Moving Past Poverty

Poverty’s Palabra

Caroline Skinner with her four children.
Caroline Skinner with her four children.

Imagine yourself in a foreign land. You do not speak the language. With no translator and nowhere to turn, what can you do?

Being in poverty is a lot like that. In A Framework for Understanding Poverty, author Ruby Payne defines poverty as “the extent to which an individual does without resources” such as financial, emotional, mental, spiritual, physical, support systems including significant relationships and role models and knowledge of the hidden rules of social classes (the “secret language” of school and work).

Commonly, generational poverty is acknowledged but what isn’t always recognized is situational poverty such as death, divorce, cancer or illness. Payne notes four paths to leaving poverty: 1) sufficient pain in staying; 2) a goal or aspiration; 3) mentor or relationship; 4) a highly sought after skill or talent.

Neither of my parents completed high school. Only three years into their marriage, my dad abandoned us, leaving us in situational impoverishment. People in poverty live and spend for today without a thought of the future. My mom’s lack of skill and education found us constantly evicted. We were homeless. Imagine a teenager’s humiliation, fearing anyone would find out that she is living in a rusted out Ford LTD. How on earth could I break free from this?

First, I had significant role models in my paternal grandmother and aunt. What role models do is teach–and as Payne notes, education IS a way out of poverty.

Second, I had a set of special skills; a heart (where my home truly was); a brain; and courage. To glean from pop culture, I guess you could say I was divergent because I had no finite limits.

Third, I had another special skill: I could speak another language fluently. A huge beneficial resource.

I married someone who didn’t come from divorce, had a closely knit family, was private school and college educated, although culturally impoverished because he was not fluent in English. 

Fast forward 22 years later, I discovered my husband was waking up every day putting on an Academy Award worthy act and my world crumbled around me as I had a leading role. He was gay and terrified of loss and rejection is an understatement. Although today we remain good friends and my spiritual wealth has been reshaped greatly, the divorce created a huge situational poverty in my life, his life, and the lives of our four children as well.

I quickly found work as an ESOL paraprofessional for $8 per hour, which synced with my kids’ school schedule. I attended college at night, cradled hope for better things if I worked hard and most importantly, I went to counseling and relied on faith. For me, the secret of not slipping back into generational poverty was to build up my emotional wealth. This way I could use what little I had to its maximum potential.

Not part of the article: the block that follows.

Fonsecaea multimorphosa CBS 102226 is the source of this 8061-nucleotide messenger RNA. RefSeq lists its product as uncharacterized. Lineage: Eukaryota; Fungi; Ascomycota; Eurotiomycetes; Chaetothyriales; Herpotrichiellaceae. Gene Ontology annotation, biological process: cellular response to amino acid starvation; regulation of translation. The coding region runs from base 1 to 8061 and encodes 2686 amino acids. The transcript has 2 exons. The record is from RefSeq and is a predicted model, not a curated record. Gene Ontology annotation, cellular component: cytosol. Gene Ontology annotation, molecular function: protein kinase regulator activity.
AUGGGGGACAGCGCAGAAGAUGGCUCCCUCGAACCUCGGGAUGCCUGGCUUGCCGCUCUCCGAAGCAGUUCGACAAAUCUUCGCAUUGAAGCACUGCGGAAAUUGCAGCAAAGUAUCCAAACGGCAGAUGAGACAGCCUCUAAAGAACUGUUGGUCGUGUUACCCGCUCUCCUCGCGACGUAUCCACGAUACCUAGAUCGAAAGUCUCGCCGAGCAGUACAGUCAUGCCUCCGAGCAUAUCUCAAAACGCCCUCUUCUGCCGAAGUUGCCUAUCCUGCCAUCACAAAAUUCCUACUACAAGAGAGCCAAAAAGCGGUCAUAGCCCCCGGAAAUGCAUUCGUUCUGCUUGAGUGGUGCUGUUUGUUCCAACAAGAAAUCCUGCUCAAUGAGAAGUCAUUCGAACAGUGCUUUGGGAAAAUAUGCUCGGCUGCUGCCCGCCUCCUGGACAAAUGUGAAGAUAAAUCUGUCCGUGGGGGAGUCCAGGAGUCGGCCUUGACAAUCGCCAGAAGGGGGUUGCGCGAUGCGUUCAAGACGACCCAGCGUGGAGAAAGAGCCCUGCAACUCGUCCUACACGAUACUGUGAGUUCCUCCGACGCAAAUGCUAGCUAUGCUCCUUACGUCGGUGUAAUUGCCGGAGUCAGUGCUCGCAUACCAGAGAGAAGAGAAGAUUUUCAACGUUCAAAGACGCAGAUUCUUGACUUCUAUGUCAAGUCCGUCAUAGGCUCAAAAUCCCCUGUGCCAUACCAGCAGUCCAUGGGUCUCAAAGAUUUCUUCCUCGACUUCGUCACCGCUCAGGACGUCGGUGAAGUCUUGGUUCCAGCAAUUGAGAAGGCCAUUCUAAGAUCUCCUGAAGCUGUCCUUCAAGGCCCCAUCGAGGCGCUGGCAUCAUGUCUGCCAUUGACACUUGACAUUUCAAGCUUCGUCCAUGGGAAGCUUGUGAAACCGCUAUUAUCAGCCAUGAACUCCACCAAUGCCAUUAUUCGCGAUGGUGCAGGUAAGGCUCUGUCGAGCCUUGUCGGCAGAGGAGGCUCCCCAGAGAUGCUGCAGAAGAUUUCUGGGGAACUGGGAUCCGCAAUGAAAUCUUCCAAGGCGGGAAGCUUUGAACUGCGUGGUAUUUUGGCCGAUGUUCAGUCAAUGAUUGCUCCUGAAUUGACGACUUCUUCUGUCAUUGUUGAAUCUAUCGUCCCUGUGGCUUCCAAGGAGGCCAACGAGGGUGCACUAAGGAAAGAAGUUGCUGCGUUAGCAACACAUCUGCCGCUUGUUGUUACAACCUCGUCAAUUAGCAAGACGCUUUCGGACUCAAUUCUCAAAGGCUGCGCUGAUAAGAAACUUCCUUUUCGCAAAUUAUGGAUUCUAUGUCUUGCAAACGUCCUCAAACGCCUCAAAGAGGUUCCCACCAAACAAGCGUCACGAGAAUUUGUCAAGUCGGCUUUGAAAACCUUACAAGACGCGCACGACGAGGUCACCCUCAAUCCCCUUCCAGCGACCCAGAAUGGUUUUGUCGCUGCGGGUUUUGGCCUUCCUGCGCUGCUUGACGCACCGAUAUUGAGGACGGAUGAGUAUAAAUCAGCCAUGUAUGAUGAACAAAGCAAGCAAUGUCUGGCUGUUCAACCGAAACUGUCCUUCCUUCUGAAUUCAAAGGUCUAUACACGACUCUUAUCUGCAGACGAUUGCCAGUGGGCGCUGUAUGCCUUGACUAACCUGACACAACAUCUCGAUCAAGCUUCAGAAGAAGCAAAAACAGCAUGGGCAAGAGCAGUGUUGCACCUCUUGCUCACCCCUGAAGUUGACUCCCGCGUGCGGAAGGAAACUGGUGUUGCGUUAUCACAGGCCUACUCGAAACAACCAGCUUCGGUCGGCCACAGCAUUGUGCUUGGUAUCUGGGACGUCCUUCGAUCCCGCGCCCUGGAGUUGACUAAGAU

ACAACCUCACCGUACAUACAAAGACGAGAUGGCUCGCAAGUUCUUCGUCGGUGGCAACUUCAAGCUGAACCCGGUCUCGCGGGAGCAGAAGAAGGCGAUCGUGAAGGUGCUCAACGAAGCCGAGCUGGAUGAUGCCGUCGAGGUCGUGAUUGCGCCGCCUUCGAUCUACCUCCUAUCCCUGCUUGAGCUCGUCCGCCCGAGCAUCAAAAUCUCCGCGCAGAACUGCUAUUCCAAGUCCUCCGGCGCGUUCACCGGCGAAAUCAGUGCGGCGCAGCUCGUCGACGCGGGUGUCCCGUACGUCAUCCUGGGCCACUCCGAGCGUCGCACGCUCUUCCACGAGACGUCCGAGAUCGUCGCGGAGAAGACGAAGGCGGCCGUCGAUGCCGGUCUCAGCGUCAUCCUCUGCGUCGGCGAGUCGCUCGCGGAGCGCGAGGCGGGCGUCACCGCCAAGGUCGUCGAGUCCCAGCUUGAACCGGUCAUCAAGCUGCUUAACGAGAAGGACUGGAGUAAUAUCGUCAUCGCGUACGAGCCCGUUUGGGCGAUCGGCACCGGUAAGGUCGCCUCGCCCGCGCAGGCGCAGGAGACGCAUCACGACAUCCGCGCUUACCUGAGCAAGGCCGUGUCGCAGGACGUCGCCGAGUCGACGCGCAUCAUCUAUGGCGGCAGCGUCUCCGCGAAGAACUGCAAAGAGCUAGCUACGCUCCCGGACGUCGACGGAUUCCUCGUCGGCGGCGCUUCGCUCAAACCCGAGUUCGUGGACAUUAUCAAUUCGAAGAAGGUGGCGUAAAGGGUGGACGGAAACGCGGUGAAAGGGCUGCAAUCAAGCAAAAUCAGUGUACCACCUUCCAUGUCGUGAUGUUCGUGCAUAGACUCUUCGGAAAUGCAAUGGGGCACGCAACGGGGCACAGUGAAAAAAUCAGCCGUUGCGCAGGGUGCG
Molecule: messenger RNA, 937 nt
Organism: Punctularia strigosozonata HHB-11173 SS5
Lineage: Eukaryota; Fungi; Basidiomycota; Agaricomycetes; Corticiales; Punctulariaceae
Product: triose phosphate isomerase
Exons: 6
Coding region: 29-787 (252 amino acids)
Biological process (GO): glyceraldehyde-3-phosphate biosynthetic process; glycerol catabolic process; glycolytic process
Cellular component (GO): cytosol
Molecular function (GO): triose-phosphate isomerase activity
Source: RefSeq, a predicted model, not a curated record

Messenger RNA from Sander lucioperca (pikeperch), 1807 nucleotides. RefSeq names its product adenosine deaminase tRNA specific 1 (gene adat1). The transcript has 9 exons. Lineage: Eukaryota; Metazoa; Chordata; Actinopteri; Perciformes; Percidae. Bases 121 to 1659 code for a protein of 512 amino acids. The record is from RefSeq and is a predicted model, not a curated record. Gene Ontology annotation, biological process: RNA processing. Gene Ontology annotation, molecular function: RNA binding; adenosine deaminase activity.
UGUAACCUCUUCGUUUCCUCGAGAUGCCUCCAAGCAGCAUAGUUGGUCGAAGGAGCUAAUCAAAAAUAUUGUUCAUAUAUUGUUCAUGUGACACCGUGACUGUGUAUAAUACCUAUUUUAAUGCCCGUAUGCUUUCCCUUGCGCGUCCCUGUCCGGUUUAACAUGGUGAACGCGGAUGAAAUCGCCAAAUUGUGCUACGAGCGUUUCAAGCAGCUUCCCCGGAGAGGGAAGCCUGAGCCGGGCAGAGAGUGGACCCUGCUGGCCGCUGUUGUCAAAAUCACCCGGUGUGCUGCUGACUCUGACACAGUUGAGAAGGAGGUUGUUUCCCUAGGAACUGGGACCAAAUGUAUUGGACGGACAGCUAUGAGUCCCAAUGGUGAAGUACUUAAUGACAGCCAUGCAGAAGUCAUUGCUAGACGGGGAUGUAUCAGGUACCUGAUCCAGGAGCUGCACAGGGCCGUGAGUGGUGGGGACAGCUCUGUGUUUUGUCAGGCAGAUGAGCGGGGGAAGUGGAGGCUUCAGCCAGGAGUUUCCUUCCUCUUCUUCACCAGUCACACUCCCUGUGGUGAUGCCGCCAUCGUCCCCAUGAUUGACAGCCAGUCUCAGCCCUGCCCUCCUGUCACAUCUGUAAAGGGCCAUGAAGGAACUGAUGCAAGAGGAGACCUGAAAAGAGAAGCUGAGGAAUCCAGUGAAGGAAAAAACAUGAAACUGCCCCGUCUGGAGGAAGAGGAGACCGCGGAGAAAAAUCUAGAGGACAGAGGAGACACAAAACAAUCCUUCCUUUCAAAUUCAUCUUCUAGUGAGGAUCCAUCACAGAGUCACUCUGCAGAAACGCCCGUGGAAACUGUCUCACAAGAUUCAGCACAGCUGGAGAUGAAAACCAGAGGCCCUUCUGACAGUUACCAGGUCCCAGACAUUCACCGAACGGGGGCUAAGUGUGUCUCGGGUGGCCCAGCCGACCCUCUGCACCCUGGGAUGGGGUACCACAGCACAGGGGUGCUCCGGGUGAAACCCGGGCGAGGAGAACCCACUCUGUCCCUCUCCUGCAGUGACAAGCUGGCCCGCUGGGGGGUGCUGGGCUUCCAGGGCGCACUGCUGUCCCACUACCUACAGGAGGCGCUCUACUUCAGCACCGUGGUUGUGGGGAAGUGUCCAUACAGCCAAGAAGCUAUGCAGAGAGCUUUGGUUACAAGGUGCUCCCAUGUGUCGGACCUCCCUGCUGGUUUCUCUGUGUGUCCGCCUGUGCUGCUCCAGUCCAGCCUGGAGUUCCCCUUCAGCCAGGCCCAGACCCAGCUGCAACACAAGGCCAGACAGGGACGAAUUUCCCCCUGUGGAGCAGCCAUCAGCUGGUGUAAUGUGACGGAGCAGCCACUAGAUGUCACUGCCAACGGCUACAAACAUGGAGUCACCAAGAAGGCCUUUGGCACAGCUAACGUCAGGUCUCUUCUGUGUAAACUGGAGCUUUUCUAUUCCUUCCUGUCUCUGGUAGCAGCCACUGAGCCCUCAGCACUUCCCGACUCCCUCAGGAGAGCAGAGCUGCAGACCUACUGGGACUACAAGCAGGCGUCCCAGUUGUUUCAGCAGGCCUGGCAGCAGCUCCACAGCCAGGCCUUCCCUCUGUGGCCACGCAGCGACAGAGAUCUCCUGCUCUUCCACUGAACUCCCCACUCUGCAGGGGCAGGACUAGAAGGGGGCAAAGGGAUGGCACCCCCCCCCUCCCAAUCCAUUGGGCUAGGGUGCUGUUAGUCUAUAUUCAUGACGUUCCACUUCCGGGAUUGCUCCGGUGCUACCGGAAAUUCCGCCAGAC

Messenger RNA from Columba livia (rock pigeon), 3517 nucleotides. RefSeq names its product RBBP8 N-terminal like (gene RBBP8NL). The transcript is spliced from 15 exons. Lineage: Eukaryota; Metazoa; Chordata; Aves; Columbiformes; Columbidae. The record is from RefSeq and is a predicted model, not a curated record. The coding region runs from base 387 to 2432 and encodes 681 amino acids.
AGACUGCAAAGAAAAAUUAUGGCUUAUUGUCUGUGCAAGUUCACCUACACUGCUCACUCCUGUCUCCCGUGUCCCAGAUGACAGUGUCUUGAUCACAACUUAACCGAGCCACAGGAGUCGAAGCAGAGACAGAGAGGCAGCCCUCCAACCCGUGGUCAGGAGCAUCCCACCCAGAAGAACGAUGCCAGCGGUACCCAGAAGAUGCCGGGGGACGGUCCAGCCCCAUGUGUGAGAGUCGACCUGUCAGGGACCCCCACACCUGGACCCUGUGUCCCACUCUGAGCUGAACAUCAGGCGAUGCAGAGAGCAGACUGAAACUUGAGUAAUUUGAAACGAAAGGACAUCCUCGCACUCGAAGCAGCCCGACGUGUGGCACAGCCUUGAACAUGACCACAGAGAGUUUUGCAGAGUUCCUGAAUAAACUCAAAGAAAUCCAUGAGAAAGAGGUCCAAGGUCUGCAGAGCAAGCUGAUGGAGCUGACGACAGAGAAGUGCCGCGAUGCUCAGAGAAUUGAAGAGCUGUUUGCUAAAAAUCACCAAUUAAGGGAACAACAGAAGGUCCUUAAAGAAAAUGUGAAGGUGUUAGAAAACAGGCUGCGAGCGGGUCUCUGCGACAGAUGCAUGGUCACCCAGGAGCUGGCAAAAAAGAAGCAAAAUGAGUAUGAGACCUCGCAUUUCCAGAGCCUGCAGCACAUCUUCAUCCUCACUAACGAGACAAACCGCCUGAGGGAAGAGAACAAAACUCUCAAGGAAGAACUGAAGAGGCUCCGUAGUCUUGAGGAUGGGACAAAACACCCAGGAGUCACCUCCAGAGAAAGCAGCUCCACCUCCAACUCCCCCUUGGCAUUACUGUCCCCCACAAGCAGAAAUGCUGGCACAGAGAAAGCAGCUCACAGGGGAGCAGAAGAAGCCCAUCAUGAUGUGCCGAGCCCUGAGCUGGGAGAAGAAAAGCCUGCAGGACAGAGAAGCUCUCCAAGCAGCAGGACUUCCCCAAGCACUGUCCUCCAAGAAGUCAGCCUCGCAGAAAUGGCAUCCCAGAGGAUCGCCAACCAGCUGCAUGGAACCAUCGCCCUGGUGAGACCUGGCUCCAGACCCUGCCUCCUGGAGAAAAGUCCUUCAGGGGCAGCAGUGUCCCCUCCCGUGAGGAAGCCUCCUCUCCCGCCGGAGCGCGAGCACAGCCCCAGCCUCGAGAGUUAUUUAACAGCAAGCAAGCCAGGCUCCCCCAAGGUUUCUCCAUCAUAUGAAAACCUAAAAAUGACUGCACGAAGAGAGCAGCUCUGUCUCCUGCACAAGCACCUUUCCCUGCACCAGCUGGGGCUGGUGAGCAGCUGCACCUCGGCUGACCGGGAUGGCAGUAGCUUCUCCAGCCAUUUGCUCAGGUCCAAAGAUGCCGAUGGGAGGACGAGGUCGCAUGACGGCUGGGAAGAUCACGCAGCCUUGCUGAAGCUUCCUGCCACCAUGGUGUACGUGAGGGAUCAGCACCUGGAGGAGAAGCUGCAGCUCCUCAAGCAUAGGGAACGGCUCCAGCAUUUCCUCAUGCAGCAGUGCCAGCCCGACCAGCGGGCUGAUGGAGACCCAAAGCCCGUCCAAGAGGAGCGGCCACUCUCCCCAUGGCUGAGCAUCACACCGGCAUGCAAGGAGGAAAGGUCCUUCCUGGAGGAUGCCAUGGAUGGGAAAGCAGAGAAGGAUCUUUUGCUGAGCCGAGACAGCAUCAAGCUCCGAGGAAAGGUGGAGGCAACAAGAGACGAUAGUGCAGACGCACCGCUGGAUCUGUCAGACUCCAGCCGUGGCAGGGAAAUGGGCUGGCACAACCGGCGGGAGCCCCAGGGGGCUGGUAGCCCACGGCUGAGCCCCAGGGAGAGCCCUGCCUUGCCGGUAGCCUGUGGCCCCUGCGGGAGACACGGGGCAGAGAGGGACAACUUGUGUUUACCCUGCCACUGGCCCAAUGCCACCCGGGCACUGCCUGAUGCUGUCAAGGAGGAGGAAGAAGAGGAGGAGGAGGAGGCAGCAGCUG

I finally graduated with my bachelor’s degree in 2012, and then was employed at Stetson University. What Stetson means to me, my family, and our future is a mentored place of work that is a beautiful, conducive environment for the lifelong curious student, like me. It means an M.B.A. for me, and college for my children as an employee benefit. I am even provided time for professional development!

So now that you understand poverty for what it really is, here is what you can do: If you are healthy, mentally well, spiritually full, physically wealthy, have a surplus of support systems and knowledge of the “rules of middle class” (the language spoken in the land of school and business), mentor someone in need. Alongside education, mentoring is critical in being successful in life and breaking poverty cycles. Poverty is neither political nor economic. It is about behavior–not just of those in poverty but also of those in middle class and wealth, who often mistakenly believe that people in poverty are unintelligent, untrustworthy, or dirty. Use every resource you have to live excellently for posterity. Value the internal assets that all people have to offer and moreover, teach them how to value their own internal assets. Such are a wellspring of rich resources. Because, in order to truly be significant, you’ve also got to be divergent!

by Caroline Skinner

The above was written by Caroline Skinner, one of the presenters at last year’s TEDx event at Stetson. Caroline is administrative assistant in Stetson’s School of Business Administration. Stetson University’s 2015 TEDx event is Friday, March 27, 4:00-6:30 p.m., in Allen Hall. This year’s theme is “The Essence of a Changing Society: Technology, Ideas and Social Change.”